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      Health literacy and public health: A systematic review and integration of definitions and models


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          Health literacy concerns the knowledge and competences of persons to meet the complex demands of health in modern society. Although its importance is increasingly recognised, there is no consensus about the definition of health literacy or about its conceptual dimensions, which limits the possibilities for measurement and comparison. The aim of the study is to review definitions and models on health literacy to develop an integrated definition and conceptual model capturing the most comprehensive evidence-based dimensions of health literacy.


          A systematic literature review was performed to identify definitions and conceptual frameworks of health literacy. A content analysis of the definitions and conceptual frameworks was carried out to identify the central dimensions of health literacy and develop an integrated model.


          The review resulted in 17 definitions of health literacy and 12 conceptual models. Based on the content analysis, an integrative conceptual model was developed containing 12 dimensions referring to the knowledge, motivation and competencies of accessing, understanding, appraising and applying health-related information within the healthcare, disease prevention and health promotion setting, respectively.


          Based upon this review, a model is proposed integrating medical and public health views of health literacy. The model can serve as a basis for developing health literacy enhancing interventions and provide a conceptual basis for the development and validation of measurement tools, capturing the different dimensions of health literacy within the healthcare, disease prevention and health promotion settings.

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          Most cited references27

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          Health promotion glossary.

          D Nutbeam (1986)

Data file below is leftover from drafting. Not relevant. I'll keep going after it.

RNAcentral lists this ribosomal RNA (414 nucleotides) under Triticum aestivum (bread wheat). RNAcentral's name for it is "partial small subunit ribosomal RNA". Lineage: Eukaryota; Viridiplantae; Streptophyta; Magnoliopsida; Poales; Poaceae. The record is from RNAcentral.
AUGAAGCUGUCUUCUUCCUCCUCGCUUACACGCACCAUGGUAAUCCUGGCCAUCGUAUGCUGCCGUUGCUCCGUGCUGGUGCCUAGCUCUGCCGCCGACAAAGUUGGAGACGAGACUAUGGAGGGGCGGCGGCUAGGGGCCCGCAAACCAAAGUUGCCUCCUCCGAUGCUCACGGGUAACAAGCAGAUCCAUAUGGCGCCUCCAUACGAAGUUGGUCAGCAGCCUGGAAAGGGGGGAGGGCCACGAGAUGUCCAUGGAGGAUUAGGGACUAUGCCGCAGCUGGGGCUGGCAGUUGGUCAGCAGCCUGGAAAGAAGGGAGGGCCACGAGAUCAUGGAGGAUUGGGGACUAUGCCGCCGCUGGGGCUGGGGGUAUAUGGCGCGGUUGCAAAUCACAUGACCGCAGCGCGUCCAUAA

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            Patient health literacy and participation in the health-care process.

            Health information is an important resource for patients to understand and engage in the management of their health conditions. We discuss the role of health literacy (HL) in improving patient participation and propose future research in this field. Literature searches were conducted to review existing definitions and measures of HL and identify empirical findings of its impact on patient health/illness-related behaviours. We searched MEDLINE using 'health literacy' as a keyword and retrieved 371 articles published in English between 1985 and 2006. We also hand-searched publications of leading researchers and related institutes and followed the reference lists of relevant articles. The World Health Organization has defined HL as 'the cognitive and social skills which determine the motivation and ability of individuals to gain access to, understand, and use information in ways which promote and maintain good health.' Based on this definition, three levels of HL have been described: functional, communicative and critical. Studies of HL have increased dramatically over the past few years, but there is a gap between the conceptual definition of HL and its application. Thus, empirical evidence of its impact on patient health/illness-related behaviours is still limited. The prevalence and consequence of inadequate HL as fully defined have not been determined. Further research is needed to develop measures of HL beyond the functional level and that consider the interaction of the individual patient HL with the health and social contexts in which the patient lives.